an update: i got the two new birds last weekend and they've been in an adjacent pen for 6 days now. there's a section of the pen that's plexiglass that the new and old quail can see each other through and the two new birds haven't stopped pacing in front of that plexiglass even once in the past 6's a fairly big pen but they've spent all their time constantly pacing in front of that window and have worn a very clear path in front of it. meanwhile i've seen my 5 older birds go up on the other side of the glass and try to peck the 2 new birds through it; not in a curious way, but they'll charge and aggressively peck at where the new birds are on the other side. they were doing this a lot more in the first 2 or 3 days then they are now, but they're still occasionally doing it as of today. i'm a bit hesitant to put them in with each other yet since the older birds clearly want to harm them, but it's pretty clear the 2 new birds want to be in there with them and i'm sure the constant pacing isn't good for them either.

    would it help to switch pens? put the older birds where the new ones are now and put the 2 new birds inside the older birds' pen? then after a week or so like that, letting the older birds back into their normal pen again with the 2 new ones? i was thinking maybe that way the older quail won't be so aggressive and territorial over their area if they weren't in there for a while and also if the 2 new ones would be in there already.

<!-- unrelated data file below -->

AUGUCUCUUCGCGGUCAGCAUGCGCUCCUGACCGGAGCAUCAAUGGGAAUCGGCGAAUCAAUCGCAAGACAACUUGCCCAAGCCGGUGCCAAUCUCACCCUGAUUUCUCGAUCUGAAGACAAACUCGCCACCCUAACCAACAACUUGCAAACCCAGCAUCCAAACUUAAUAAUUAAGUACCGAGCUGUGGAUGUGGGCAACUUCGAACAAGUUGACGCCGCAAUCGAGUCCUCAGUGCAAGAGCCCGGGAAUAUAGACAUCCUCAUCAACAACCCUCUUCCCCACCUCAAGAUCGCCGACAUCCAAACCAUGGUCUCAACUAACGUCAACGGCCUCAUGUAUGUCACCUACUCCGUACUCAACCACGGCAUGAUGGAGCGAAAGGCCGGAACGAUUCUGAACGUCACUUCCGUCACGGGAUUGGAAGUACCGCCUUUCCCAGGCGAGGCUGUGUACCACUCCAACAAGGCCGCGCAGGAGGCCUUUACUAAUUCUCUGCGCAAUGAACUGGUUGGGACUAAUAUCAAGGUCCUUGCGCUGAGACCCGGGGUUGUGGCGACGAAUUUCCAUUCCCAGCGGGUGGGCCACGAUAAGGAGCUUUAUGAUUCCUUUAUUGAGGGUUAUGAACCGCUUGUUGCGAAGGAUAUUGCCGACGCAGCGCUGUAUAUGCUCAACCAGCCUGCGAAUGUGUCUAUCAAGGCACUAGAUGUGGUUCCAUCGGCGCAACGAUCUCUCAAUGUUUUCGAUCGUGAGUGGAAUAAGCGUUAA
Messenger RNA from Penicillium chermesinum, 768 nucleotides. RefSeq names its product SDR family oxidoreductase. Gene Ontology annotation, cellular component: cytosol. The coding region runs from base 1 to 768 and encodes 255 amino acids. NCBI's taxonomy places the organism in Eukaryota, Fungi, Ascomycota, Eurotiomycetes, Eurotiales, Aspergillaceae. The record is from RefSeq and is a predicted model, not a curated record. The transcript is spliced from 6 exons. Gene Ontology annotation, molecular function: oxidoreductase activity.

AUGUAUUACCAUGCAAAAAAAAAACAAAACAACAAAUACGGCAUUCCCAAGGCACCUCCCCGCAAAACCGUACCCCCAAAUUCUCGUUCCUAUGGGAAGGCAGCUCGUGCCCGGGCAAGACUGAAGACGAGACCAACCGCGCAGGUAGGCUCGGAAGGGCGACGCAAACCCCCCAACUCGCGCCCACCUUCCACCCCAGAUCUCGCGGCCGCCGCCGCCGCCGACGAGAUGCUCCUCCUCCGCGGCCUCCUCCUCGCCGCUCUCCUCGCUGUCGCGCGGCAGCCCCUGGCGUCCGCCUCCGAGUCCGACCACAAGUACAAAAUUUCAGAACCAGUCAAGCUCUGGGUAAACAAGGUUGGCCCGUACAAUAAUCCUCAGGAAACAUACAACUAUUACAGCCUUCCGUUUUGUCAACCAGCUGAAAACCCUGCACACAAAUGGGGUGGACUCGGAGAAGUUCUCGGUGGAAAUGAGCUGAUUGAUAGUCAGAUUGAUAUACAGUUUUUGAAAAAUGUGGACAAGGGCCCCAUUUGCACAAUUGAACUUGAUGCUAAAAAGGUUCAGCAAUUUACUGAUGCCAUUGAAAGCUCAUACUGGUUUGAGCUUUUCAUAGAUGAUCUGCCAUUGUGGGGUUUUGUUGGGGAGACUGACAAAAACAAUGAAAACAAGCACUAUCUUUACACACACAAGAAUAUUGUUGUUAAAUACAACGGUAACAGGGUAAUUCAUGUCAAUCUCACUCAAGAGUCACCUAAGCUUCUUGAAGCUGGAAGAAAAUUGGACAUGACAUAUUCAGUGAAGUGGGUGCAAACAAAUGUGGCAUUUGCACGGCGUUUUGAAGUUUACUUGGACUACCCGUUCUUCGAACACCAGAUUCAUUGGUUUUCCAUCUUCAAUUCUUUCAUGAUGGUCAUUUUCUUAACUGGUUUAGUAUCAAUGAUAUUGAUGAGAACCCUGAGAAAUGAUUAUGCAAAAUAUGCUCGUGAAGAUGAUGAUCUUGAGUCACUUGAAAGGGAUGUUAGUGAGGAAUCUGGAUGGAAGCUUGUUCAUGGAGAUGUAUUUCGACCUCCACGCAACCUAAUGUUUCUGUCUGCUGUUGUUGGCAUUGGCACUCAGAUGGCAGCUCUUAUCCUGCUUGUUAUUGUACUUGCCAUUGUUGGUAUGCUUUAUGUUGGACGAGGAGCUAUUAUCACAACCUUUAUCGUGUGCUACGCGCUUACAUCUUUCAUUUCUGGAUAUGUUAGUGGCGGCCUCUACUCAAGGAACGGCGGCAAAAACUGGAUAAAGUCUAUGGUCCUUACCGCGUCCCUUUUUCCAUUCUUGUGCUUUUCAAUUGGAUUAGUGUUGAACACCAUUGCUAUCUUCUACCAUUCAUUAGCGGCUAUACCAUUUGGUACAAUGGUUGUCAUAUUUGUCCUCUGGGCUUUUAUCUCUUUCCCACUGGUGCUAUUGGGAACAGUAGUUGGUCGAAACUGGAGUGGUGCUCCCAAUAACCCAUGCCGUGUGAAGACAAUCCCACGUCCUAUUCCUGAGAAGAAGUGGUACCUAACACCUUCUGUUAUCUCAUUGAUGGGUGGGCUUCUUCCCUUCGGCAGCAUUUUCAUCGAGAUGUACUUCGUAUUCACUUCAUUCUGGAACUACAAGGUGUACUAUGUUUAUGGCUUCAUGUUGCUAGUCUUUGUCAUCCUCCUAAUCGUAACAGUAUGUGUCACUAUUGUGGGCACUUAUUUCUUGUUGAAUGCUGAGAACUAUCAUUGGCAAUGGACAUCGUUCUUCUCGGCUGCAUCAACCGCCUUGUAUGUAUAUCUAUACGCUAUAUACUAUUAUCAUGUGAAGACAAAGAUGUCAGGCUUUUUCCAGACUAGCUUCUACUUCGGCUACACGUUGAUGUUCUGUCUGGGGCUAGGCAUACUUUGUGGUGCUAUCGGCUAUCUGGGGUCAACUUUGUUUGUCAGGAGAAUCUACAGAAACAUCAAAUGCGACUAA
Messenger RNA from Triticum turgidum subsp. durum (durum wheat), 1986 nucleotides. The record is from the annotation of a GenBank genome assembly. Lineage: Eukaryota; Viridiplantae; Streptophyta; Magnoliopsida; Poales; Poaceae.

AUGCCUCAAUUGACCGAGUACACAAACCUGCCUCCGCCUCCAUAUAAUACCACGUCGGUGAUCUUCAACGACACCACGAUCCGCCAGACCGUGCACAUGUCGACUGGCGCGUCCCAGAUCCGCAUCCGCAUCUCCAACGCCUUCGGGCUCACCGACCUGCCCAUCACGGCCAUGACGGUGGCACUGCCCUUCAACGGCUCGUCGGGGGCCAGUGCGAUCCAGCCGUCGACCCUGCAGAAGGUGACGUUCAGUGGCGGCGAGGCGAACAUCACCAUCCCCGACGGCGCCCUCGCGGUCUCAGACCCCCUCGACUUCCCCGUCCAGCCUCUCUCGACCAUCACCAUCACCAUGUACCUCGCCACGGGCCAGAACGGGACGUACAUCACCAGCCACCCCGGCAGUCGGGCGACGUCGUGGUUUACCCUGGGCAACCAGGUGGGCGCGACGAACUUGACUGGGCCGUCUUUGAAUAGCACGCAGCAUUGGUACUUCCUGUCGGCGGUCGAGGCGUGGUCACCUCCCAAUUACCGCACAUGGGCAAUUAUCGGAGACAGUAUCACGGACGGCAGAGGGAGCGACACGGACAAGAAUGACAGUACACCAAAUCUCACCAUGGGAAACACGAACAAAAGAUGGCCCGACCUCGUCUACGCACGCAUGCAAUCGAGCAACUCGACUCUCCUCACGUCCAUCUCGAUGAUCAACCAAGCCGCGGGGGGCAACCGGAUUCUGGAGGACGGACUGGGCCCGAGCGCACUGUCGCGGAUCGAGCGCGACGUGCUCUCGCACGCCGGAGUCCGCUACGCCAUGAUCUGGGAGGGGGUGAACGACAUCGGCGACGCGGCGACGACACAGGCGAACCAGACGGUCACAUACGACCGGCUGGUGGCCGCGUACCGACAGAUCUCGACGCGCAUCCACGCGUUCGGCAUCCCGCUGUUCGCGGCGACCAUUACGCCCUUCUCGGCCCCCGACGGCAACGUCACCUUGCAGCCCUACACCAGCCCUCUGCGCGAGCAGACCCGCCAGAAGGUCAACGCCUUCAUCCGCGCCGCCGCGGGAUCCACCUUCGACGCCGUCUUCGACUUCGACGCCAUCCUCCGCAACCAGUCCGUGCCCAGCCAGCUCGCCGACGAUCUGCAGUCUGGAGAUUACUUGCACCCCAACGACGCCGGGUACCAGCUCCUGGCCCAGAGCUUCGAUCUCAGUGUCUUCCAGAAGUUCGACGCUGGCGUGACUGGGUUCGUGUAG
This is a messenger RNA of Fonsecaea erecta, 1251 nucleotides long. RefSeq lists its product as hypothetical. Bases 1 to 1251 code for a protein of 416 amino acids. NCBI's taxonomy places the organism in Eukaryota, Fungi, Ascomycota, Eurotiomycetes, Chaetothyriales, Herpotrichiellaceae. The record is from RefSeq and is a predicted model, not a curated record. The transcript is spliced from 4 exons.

the other thing i was thinking of was to temporarily put one or two of the older birds in the second pen with the 2 new ones; i don't want to put all 5 in the second pen since it's really too small to house all 7 birds, esp when they seem likely to be aggressive.

    any advice? i could use all the help i could get. thanks again!
  6. featherworks

    featherworks In the Brooder

    Jul 25, 2010
    SW Mississippi
    I introduced 4 new breeder hens to my flock of 8 bobs and 1 red. They all started fighting with the new birds. The breeders were 2 years old and my original covey was only 17 weeks with the excepyion of the red. I don't know how old she is. I was able to catch them and put them in a different pen for a couple of weeks. I got tired of having to deal with two sets of birds, so I put the 4 hens in a small wire dog kennel with food and water. I put the kennel in the big pen with the original 9 and put a scrap of plywood on top to keep the food dry. They all came over to investigate. I kept things like this for 3 days. When I opened the door to the kennel, some of the original bobs went in to see the newbies. They all get along great now. I hope this helps.

  7. fowlsessed

    fowlsessed Songster

    Nov 16, 2011
    east Tennessee
    I have introduced button quail to each other and had agression problems. What I did was remove the origional birds and put the new ones in the pen and let them get used to it and then put the origional birds back in. maybe I just got lucky but it worked. And i'm not sure how aggresive mountain quail are compared to buttons.